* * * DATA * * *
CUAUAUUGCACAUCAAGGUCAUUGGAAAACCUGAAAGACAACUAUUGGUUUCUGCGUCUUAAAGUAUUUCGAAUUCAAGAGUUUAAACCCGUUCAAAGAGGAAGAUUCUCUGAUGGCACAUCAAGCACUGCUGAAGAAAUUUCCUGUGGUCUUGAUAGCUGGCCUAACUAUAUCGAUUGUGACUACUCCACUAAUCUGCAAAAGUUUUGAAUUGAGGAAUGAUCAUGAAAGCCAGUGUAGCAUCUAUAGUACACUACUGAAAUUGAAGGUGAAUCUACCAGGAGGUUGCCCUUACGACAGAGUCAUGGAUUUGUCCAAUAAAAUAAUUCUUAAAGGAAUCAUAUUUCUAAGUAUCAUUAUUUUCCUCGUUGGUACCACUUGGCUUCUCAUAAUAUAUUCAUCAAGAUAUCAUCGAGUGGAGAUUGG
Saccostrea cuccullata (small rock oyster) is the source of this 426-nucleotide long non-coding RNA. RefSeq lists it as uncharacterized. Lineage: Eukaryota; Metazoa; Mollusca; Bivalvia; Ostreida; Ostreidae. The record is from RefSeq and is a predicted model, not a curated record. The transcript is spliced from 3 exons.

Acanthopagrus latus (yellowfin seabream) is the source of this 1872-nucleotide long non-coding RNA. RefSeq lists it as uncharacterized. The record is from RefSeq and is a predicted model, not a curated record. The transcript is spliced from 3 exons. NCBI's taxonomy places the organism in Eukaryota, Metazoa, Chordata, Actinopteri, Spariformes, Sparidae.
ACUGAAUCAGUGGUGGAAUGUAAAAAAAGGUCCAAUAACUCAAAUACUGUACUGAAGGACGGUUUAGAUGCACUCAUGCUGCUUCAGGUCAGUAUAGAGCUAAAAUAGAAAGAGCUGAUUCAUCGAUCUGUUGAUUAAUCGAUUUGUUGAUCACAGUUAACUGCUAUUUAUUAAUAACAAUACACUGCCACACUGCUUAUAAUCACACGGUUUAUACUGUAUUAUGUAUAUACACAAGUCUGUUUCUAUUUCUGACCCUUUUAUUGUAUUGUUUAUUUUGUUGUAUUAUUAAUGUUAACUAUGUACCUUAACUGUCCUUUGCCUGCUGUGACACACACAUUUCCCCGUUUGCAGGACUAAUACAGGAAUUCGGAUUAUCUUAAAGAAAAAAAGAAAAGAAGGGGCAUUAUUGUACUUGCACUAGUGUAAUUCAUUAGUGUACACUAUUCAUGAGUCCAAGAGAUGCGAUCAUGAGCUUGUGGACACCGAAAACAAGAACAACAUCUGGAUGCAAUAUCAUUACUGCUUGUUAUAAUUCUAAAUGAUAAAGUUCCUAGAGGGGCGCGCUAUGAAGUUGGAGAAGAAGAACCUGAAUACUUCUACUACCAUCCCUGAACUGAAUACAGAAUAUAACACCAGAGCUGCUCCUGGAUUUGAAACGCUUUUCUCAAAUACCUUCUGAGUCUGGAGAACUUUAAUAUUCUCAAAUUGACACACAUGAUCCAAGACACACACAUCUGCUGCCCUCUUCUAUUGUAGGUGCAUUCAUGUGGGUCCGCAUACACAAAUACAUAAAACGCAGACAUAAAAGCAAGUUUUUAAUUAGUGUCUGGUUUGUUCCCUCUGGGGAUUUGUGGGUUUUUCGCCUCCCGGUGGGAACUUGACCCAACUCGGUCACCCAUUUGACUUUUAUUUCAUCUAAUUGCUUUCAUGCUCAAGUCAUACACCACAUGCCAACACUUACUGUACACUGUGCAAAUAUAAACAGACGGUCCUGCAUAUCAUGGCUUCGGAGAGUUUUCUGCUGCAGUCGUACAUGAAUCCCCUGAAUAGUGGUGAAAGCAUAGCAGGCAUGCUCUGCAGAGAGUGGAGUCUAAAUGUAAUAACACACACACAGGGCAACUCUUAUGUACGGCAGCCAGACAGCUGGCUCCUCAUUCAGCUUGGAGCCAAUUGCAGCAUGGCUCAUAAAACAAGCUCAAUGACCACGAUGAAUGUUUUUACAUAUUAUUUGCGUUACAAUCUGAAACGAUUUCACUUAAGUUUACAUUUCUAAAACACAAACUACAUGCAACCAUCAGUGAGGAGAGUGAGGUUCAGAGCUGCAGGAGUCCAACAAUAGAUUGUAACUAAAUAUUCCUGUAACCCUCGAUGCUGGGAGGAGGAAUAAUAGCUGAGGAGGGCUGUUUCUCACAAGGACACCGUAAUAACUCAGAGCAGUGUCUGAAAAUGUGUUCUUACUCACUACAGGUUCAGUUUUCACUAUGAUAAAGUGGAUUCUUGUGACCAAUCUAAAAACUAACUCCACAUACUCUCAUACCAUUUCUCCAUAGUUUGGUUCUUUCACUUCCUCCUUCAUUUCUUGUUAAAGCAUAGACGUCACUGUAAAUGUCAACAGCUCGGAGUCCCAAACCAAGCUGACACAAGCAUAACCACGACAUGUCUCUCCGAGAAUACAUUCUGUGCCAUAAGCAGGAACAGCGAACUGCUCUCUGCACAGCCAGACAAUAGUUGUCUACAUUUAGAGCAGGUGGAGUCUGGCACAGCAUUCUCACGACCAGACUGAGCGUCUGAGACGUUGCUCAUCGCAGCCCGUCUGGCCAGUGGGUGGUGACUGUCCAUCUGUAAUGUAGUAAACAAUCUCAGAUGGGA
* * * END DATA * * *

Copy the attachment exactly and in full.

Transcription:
CUAUAUUGCACAUCAAGGUCAUUGGAAAACCUGAAAGACAACUAUUGGUUUCUGCGUCUUAAAGUAUUUCGAAUUCAAGAGUUUAAACCCGUUCAAAGAGGAAGAUUCUCUGAUGGCACAUCAAGCACUGCUGAAGAAAUUUCCUGUGGUCUUGAUAGCUGGCCUAACUAUAUCGAUUGUGACUACUCCACUAAUCUGCAAAAGUUUUGAAUUGAGGAAUGAUCAUGAAAGCCAGUGUAGCAUCUAUAGUACACUACUGAAAUUGAAGGUGAAUCUACCAGGAGGUUGCCCUUACGACAGAGUCAUGGAUUUGUCCAAUAAAAUAAUUCUUAAAGGAAUCAUAUUUCUAAGUAUCAUUAUUUUCCUCGUUGGUACCACUUGGCUUCUCAUAAUAUAUUCAUCAAGAUAUCAUCGAGUGGAGAUUGG
Saccostrea cuccullata (small rock oyster) is the source of this 426-nucleotide long non-coding RNA. RefSeq lists it as uncharacterized. Lineage: Eukaryota; Metazoa; Mollusca; Bivalvia; Ostreida; Ostreidae. The record is from RefSeq and is a predicted model, not a curated record. The transcript is spliced from 3 exons.

Acanthopagrus latus (yellowfin seabream) is the source of this 1872-nucleotide long non-coding RNA. RefSeq lists it as uncharacterized. The record is from RefSeq and is a predicted model, not a curated record. The transcript is spliced from 3 exons. NCBI's taxonomy places the organism in Eukaryota, Metazoa, Chordata, Actinopteri, Spariformes, Sparidae.
ACUGAAUCAGUGGUGGAAUGUAAAAAAAGGUCCAAUAACUCAAAUACUGUACUGAAGGACGGUUUAGAUGCACUCAUGCUGCUUCAGGUCAGUAUAGAGCUAAAAUAGAAAGAGCUGAUUCAUCGAUCUGUUGAUUAAUCGAUUUGUUGAUCACAGUUAACUGCUAUUUAUUAAUAACAAUACACUGCCACACUGCUUAUAAUCACACGGUUUAUACUGUAUUAUGUAUAUACACAAGUCUGUUUCUAUUUCUGACCCUUUUAUUGUAUUGUUUAUUUUGUUGUAUUAUUAAUGUUAACUAUGUACCUUAACUGUCCUUUGCCUGCUGUGACACACACAUUUCCCCGUUUGCAGGACUAAUACAGGAAUUCGGAUUAUCUUAAAGAAAAAAAGAAAAGAAGGGGCAUUAUUGUACUUGCACUAGUGUAAUUCAUUAGUGUACACUAUUCAUGAGUCCAAGAGAUGCGAUCAUGAGCUUGUGGACACCGAAAACAAGAACAACAUCUGGAUGCAAUAUCAUUACUGCUUGUUAUAAUUCUAAAUGAUAAAGUUCCUAGAGGGGCGCGCUAUGAAGUUGGAGAAGAAGAACCUGAAUACUUCUACUACCAUCCCUGAACUGAAUACAGAAUAUAACACCAGAGCUGCUCCUGGAUUUGAAACGCUUUUCUCAAAUACCUUCUGAGUCUGGAGAACUUUAAUAUUCUCAAAUUGACACACAUGAUCCAAGACACACACAUCUGCUGCCCUCUUCUAUUGUAGGUGCAUUCAUGUGGGUCCGCAUACACAAAUACAUAAAACGCAGACAUAAAAGCAAGUUUUUAAUUAGUGUCUGGUUUGUUCCCUCUGGGGAUUUGUGGGUUUUUCGCCUCCCGGUGGGAACUUGACCCAACUCGGUCACCCAUUUGACUUUUAUUUCAUCUAAUUGCUUUCAUGCUCAAGUCAUACACCACAUGCCAACACUUACUGUACACUGUGCAAAUAUAAACAGACGGUCCUGCAUAUCAUGGCUUCGGAGAGUUUUCUGCUGCAGUCGUACAUGAAUCCCCUGAAUAGUGGUGAAAGCAUAGCAGGCAUGCUCUGCAGAGAGUGGAGUCUAAAUGUAAUAACACACACACAGGGCAACUCUUAUGUACGGCAGCCAGACAGCUGGCUCCUCAUUCAGCUUGGAGCCAAUUGCAGCAUGGCUCAUAAAACAAGCUCAAUGACCACGAUGAAUGUUUUUACAUAUUAUUUGCGUUACAAUCUGAAACGAUUUCACUUAAGUUUACAUUUCUAAAACACAAACUACAUGCAACCAUCAGUGAGGAGAGUGAGGUUCAGAGCUGCAGGAGUCCAACAAUAGAUUGUAACUAAAUAUUCCUGUAACCCUCGAUGCUGGGAGGAGGAAUAAUAGCUGAGGAGGGCUGUUUCUCACAAGGACACCGUAAUAACUCAGAGCAGUGUCUGAAAAUGUGUUCUUACUCACUACAGGUUCAGUUUUCACUAUGAUAAAGUGGAUUCUUGUGACCAAUCUAAAAACUAACUCCACAUACUCUCAUACCAUUUCUCCAUAGUUUGGUUCUUUCACUUCCUCCUUCAUUUCUUGUUAAAGCAUAGACGUCACUGUAAAUGUCAACAGCUCGGAGUCCCAAACCAAGCUGACACAAGCAUAACCACGACAUGUCUCUCCGAGAAUACAUUCUGUGCCAUAAGCAGGAACAGCGAACUGCUCUCUGCACAGCCAGACAAUAGUUGUCUACAUUUAGAGCAGGUGGAGUCUGGCACAGCAUUCUCACGACCAGACUGAGCGUCUGAGACGUUGCUCAUCGCAGCCCGUCUGGCCAGUGGGUGGUGACUGUCCAUCUGUAAUGUAGUAAACAAUCUCAGAUGGGA